“I’m so glad you made it.”
I turned around as light footsteps approached.
“Morning, Grandma.” I drew her in for a tight squeeze.
“When did you arrive?”
I chuckled. “You don’t want to know.”
After tweaking my PowerPoint and completing handouts, I believe I left campus at midnight, which put me at Timber Creek Lodge around four in the morning. Three hours of sleep. A deadline still ticking. But I was here.
“Come on in for a hot breakfast. Then, you and Grandpa can visit a bit before you go fishing.”
I nodded, looking forward to another strong cup of hot caffeine.
After breakfast, I walked down the hall to Grandpa’s bedroom. Opening the squeaky door, Jordan’s smiling face met me.
“He’s been waiting for you.”
Jordan was a good caregiver. She anticipated Grandpa’s every need. With a shoulder squeeze, she walked out, leaving us alone.
Grandpa was sporting the Sea Dogs cap I’d given him. Made me smile. After continually finding clumps of hair on his pillow, they eventually decided to shave his head. His breathing was more labored. His lips now chapped. A pain stabbed at my chest as I considered gray eyes that once sparkled blue.
Chemotherapy had taken its toll, offering no reciprocal reward.
Sitting beside his bed, I did most of the talking since his speech was now garbled. He finally took my hand, insistent on speaking.
“Liiiiife is s-s-hort.” His voice rasped.
“Live it well, right?” I finished his famous phrase as he nodded with a wide grin.
Grandpa napped. I left and prepped the poles with a jig and a spinner, hoping to land some Walleye or Trout.
Sitting, I closed my eyes, breathing in the scent of pine in the crisp, fall air.
The click of wheels on wood awoke me from my slumber as Jordan pushed Grandpa’s wheelchair down the dock. He was wrapped in a wool blanket, a stocking cap covering his head.
“Ready to catch a big one, Grandpa?”
He grinned as I placed a pole in his hands, securing his fingers around it. I cast my line and sat beside him. At that moment, it suddenly occurred to me . . . my deadline held little importance.
The pole’s tip made an abrupt plunge into the water, the ripples signaling activity.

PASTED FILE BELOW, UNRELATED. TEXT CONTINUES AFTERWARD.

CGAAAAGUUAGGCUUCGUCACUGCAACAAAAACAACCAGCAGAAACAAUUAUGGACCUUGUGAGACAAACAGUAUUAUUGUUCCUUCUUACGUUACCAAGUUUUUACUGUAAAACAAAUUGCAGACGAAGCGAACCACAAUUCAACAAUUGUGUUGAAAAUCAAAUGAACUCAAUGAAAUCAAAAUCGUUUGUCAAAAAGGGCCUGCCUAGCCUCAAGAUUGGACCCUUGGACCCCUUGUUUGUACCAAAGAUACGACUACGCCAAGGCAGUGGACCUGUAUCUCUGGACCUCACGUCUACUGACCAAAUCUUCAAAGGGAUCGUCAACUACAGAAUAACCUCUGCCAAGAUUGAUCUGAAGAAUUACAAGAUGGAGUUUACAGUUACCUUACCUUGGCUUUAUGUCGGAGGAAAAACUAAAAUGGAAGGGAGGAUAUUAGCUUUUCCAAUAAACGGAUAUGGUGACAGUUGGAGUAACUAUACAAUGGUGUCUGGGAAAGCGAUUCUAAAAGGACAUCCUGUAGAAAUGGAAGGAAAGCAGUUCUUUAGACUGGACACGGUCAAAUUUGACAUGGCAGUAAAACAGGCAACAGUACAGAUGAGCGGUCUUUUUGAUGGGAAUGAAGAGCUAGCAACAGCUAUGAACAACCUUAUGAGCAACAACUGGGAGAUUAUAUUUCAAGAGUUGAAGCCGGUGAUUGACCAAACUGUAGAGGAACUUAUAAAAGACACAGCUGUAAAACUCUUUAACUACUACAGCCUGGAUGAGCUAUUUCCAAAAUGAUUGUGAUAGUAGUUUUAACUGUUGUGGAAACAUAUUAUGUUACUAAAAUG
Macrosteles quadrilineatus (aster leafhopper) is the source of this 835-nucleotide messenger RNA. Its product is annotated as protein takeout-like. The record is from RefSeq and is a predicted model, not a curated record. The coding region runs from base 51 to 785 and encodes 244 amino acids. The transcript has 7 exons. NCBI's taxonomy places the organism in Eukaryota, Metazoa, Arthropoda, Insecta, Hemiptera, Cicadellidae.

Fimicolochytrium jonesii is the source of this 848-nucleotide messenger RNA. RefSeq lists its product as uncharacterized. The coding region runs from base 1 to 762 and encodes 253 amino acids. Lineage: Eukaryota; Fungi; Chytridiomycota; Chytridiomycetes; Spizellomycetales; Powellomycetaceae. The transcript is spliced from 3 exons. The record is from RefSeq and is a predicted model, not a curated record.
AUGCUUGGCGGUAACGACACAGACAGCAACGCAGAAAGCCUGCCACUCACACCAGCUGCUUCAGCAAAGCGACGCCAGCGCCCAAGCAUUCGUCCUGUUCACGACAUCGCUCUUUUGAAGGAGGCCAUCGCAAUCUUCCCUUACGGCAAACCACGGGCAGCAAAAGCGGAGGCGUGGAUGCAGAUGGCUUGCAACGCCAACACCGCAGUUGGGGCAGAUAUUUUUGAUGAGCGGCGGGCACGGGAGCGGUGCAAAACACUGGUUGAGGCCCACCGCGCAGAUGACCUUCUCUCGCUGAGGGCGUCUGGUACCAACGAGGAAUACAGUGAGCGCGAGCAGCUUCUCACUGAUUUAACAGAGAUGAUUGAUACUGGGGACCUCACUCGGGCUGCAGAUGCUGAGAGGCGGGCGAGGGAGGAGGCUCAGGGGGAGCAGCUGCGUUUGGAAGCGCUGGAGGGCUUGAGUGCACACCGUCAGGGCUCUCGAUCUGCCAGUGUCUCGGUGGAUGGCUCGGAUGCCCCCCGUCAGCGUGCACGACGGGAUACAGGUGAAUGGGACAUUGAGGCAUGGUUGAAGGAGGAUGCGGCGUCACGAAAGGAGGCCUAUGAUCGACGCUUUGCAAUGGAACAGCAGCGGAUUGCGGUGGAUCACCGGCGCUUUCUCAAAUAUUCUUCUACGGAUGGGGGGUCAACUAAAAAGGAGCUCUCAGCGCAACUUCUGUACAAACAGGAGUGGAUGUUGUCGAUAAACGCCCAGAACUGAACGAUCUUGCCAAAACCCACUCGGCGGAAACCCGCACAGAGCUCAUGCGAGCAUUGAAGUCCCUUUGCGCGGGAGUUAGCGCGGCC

“You got a bite, Grandpa!” The pole continued to dip downward. “Hang on, Grandpa!”
He couldn’t grip the pole. I stood behind the wheelchair, wrapping my arms around his shoulders, urging him to hang on. Like his motionless body, his feeble hands made no effort. I watched the pole slide from his hands like a raindrop on a window. The pole was gone.
Grandpa was gone.
Sunday morning. An overflow of yesterday’s conversation, phone calls, arrangements . . . tears. Stiff with stress, I rolled my shoulders and retreated to my cabin.
For several long moments, I stared out the window at the lake. Compelled by some unknown force, I retrieved a fresh legal pad and pen from my briefcase, and began writing.
I didn’t stop for four hours.
I could’ve been excused, but I was of little use. I’d be back soon for the funeral. I drove back Monday morning to share my speech. I barely met the deadline. However, the topic changed.
I was about to make a bold move.
Taking a seat in the classroom, I examined the papers from my folder. I determined I didn’t need them. Once announced, I rose and walked to the lectern. With a deep breath, I addressed the room with a smile.
“Attorney and counselor at law. What does that mean?” I began. “As future lawyers, we will become trusted advisors to many people, coaches if you will, dealing with numerous issues. Hopefully, we’ll be able to ‘counsel’ our clients and be of great service.
“Aside from learning various laws and memorizing statutes, what is certain to make us of greater value to our clients is how we govern ourselves . . . how we live our own lives. I came here today prepared to wow you with a presentation on health law ethics and controversy,
however, I won’t be doing that.”
Stunned silence hung in the air.
“In the final hours before the arrival of today’s deadline, a new challenge arose, worthy to be examined. Allow me to begin with wise words from my late Grandpa.” Scanning the crowd, I cleared my throat and continued.
“He always used to say—life is short, live it well.” . . .